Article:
Building A Happy City May Be Easier Than You Think

Do you live in a city? Do you reflect on how it makes you feel? I do. I’m actually doing my PhD in cognitive neuroscience examining that exact topic. I chose to spend 5 years in grad school exploring this issue because of my frontline work as a mental health occupational therapist. Occupational therapists look … Continue reading Building A Happy City May Be Easier Than You Think

Moving Meditation: How Riding A Bike Can Keep You Grounded

I’ve been trying to meditate more. It’s not a New Year’s Resolution. It’s a necessity. I think too much. Partly because my PhD requires it. But, a lot of my “thinking” is actually just worrying. Often about things I can do nothing about. It’s always been this way for me. I’ve learned to “cope” with … Continue reading Moving Meditation: How Riding A Bike Can Keep You Grounded

Aiming for Bare Minimum: Why Cycletrack Networks Are the Only Way Forward

This past January, I finished my first year on the City of Kitchener's Cycling and Trails Advisory Committee. And I was considering quitting. Like many volunteers on city committees everywhere, I had a full plate of other responsibilities and commitments. Time was a precious commodity, and I was unsure as to whether my presence on … Continue reading Aiming for Bare Minimum: Why Cycletrack Networks Are the Only Way Forward

Put Yourself In Our Shoes: Using Empathy to Build Walkable Cities

About a year ago, I wrote a post about how urban design can impact a person's sense of dignity. The issue has been on my mind regularly since. I think about it every day, actually. My research involves understanding how people perceive urban environments. A study I wrapped up this semester examined how being in the presence … Continue reading Put Yourself In Our Shoes: Using Empathy to Build Walkable Cities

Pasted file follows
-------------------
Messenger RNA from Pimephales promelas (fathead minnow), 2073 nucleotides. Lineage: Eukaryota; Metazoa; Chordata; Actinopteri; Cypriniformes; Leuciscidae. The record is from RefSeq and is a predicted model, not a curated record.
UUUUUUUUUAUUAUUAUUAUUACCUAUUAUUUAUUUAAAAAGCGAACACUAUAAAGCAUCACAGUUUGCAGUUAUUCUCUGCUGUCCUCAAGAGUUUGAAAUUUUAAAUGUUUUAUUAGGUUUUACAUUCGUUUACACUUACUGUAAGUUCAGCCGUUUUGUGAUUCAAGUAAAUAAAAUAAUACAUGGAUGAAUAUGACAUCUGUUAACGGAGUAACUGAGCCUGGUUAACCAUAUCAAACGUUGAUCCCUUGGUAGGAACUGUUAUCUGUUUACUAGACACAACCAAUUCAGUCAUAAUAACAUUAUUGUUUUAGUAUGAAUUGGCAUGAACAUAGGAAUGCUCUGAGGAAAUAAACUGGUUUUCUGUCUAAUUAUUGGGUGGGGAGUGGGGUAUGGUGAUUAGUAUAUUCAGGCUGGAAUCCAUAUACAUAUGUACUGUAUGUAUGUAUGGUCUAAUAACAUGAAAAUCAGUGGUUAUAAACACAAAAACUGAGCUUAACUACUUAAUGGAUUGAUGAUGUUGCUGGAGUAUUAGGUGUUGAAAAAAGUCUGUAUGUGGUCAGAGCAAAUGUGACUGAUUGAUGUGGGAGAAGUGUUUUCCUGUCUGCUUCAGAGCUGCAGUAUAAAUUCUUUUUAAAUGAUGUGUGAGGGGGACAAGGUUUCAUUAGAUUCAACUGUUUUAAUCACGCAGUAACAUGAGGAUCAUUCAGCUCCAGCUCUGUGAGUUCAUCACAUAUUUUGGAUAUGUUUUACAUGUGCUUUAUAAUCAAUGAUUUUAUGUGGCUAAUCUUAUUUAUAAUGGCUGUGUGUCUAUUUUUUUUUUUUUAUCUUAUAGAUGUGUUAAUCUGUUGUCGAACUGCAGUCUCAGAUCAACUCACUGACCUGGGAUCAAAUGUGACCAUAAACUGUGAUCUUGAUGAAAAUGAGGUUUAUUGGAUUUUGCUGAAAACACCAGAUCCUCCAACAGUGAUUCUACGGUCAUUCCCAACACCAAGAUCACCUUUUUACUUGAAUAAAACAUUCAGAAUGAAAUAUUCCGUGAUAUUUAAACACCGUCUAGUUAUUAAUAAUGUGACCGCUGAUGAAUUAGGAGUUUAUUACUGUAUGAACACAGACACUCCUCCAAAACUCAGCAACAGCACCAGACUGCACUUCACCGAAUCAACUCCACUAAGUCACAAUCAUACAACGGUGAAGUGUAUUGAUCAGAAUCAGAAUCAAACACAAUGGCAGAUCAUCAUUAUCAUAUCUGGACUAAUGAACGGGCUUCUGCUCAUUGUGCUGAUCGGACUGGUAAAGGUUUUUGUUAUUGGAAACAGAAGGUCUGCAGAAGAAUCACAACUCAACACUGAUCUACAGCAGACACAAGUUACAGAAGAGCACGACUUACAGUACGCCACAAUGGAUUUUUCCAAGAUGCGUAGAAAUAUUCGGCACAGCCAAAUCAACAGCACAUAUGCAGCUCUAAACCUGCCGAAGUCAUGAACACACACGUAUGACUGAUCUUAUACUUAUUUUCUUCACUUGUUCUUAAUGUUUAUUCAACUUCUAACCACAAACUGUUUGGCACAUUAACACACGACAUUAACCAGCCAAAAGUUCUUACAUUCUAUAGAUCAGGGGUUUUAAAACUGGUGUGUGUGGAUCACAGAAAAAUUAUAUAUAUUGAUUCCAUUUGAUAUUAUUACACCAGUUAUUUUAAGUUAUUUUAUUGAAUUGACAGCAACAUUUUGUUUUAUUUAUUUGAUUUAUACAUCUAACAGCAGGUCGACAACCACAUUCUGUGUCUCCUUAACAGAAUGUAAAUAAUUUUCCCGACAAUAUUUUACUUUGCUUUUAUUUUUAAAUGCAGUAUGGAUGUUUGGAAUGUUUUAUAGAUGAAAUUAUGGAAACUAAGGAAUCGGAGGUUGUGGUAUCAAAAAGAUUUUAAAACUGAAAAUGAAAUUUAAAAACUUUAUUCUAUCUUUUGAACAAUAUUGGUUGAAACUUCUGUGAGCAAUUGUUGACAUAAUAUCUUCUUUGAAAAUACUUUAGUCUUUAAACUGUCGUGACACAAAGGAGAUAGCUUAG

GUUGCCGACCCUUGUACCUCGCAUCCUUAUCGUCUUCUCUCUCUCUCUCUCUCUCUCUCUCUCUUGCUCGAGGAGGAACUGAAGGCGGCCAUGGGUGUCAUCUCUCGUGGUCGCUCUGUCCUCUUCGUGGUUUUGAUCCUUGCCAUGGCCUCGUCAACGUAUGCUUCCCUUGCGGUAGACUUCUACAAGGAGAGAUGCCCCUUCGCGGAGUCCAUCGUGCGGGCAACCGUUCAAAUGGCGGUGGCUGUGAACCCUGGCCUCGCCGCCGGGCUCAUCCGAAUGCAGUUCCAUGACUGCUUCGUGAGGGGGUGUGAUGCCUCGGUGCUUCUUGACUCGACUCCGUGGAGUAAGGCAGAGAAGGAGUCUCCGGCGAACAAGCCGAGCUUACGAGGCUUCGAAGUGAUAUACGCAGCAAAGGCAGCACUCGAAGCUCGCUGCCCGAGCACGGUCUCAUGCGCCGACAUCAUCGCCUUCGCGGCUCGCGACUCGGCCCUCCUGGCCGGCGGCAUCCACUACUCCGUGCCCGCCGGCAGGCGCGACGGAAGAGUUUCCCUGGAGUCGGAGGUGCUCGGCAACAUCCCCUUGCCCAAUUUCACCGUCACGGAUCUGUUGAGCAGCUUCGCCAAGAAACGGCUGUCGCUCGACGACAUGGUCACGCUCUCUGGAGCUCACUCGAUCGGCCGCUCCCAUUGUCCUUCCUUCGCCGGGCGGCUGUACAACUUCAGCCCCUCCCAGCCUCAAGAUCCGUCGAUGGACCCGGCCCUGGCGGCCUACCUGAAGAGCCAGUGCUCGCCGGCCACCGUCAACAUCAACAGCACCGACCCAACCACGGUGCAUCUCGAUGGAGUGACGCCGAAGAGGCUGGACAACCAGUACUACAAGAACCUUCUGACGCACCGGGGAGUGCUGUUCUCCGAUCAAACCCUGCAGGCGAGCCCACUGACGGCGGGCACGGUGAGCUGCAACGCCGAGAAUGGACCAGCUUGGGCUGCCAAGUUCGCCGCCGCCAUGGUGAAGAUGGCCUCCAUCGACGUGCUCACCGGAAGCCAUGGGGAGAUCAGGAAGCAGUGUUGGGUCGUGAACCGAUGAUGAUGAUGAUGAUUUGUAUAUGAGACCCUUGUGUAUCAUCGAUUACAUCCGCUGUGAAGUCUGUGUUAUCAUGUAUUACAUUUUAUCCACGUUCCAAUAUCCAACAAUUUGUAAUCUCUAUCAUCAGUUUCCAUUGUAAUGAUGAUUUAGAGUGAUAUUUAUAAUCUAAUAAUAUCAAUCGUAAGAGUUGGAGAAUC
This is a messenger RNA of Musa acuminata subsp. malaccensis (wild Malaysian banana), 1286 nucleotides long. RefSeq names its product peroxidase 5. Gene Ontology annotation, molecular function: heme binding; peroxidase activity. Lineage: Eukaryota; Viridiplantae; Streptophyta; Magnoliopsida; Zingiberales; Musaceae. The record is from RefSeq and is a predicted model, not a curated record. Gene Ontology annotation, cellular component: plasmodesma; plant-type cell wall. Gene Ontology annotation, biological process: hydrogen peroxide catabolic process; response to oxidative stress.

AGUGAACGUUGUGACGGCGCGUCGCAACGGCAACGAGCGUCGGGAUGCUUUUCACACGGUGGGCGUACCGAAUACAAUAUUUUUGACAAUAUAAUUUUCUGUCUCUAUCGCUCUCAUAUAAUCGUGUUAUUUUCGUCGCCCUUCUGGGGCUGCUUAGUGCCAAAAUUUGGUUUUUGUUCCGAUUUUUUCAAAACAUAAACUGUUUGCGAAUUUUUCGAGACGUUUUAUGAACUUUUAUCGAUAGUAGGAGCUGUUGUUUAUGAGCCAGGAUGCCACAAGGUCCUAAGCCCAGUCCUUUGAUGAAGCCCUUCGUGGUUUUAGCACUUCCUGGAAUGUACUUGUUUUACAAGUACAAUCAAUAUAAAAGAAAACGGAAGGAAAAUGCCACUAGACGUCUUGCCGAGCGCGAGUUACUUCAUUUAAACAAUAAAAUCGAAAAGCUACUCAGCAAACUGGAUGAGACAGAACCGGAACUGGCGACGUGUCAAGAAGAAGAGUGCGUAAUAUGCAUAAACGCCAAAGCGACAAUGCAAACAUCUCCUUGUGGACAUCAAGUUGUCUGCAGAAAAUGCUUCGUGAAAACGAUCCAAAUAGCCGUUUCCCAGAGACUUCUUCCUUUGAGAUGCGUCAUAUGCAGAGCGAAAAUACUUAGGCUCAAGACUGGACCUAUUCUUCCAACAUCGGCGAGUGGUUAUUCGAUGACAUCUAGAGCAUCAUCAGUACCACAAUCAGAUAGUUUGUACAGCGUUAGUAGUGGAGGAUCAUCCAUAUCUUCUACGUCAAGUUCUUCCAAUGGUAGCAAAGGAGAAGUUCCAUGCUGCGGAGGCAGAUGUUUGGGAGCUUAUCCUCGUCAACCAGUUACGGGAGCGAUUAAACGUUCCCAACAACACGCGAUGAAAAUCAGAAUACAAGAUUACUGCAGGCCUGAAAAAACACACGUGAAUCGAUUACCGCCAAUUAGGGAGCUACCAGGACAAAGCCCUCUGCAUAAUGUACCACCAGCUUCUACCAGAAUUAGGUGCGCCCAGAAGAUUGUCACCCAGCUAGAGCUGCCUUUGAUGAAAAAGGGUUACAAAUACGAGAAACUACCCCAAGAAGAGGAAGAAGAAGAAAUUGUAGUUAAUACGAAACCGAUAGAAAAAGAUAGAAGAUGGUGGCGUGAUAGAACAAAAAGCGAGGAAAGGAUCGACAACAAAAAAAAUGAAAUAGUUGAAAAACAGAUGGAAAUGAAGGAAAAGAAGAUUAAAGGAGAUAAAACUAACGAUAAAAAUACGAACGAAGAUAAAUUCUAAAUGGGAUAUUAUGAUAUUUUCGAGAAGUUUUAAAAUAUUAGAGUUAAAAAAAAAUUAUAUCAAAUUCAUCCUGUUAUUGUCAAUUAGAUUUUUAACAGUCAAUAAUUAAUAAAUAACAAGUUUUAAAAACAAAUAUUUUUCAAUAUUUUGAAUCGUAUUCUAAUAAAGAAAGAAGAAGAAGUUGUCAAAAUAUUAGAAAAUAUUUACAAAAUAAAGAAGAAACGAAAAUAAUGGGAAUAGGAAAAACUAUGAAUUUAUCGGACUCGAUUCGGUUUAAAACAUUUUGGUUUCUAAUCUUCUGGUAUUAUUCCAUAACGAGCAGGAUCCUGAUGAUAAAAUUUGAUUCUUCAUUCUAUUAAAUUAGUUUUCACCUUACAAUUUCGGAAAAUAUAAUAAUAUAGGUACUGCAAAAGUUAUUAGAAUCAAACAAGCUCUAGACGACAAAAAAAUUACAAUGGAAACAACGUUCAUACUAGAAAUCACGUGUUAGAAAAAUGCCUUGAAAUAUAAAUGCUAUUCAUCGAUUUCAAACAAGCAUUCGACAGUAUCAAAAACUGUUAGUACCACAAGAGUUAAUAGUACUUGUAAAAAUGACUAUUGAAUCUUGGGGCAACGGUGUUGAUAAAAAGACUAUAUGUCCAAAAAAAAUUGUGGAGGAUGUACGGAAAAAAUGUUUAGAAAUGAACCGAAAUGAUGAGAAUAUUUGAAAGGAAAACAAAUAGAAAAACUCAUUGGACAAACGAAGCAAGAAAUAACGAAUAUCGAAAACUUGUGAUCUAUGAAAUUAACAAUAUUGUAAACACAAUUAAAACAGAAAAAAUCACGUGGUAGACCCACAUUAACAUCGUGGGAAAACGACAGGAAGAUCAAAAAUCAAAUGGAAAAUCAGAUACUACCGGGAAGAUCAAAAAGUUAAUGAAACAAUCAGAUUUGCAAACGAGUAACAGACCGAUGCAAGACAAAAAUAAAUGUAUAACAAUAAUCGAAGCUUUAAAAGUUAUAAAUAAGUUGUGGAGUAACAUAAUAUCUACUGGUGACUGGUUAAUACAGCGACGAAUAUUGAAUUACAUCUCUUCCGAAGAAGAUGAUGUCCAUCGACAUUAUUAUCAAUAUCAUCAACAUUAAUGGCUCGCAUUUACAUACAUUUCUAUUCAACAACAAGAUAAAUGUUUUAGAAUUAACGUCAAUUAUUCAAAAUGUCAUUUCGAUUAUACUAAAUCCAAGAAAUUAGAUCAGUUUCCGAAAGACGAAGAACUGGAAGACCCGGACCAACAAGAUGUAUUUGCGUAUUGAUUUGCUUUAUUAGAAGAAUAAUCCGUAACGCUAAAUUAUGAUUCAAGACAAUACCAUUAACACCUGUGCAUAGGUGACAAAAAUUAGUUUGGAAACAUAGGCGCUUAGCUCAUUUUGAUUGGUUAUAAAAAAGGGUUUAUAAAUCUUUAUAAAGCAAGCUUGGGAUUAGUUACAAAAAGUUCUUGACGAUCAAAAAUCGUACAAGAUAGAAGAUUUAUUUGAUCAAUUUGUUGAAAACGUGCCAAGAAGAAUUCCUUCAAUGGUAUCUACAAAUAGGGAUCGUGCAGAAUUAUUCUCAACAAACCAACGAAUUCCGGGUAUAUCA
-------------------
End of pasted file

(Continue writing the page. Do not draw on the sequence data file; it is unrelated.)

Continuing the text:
On Multiculturalism in Canada: It’s Time To Practice What We Preach

So, yesterday was pretty much a write off for me, as I suspect it was for many. Our neighbours to the south voted in a fascist for president, and the reality of what that truly meant was quickly setting in. I reflected about what this victory meant for women, people of colour, people with disabilities, Muslims, the LGBTQ … Continue reading On Multiculturalism in Canada: It’s Time To Practice What We Preach

OT and HNPP: Some Thoughts on the Value of Occupational Therapy

It's occupational therapy month and I've been trying to figure out what I should write my annual OT blog post about. I got the idea for the post this morning on my bus ride home from the grocery store. It came to me as I contemplated punting a cantaloupe that escaped a grocery bag while I tried exiting the bus … Continue reading OT and HNPP: Some Thoughts on the Value of Occupational Therapy

Learning from Burning Man: Lessons in cultivating community and building happy cities

I recently returned from the trip journey of a lifetime. I crossed off a bucket list item and went to Burning Man. It’s been a few days since my return and the dust has settled enough (both figuratively and literally) for me to gather my thoughts on what it was that I experienced on that … Continue reading Learning from Burning Man: Lessons in cultivating community and building happy cities

A personal account of mental health and the importance of place

  Almost exactly two years ago I launched #lightbrightyeg . The project was simple: using a $1000 microgrant from the Edmonton Awesome Foundation, I purchased 3 light therapy lamps to be placed in the Stanley Milner Public Library in downtown Edmonton. The idea came to me when I was looking at purchasing a light therapy lamp for myself. … Continue reading A personal account of mental health and the importance of place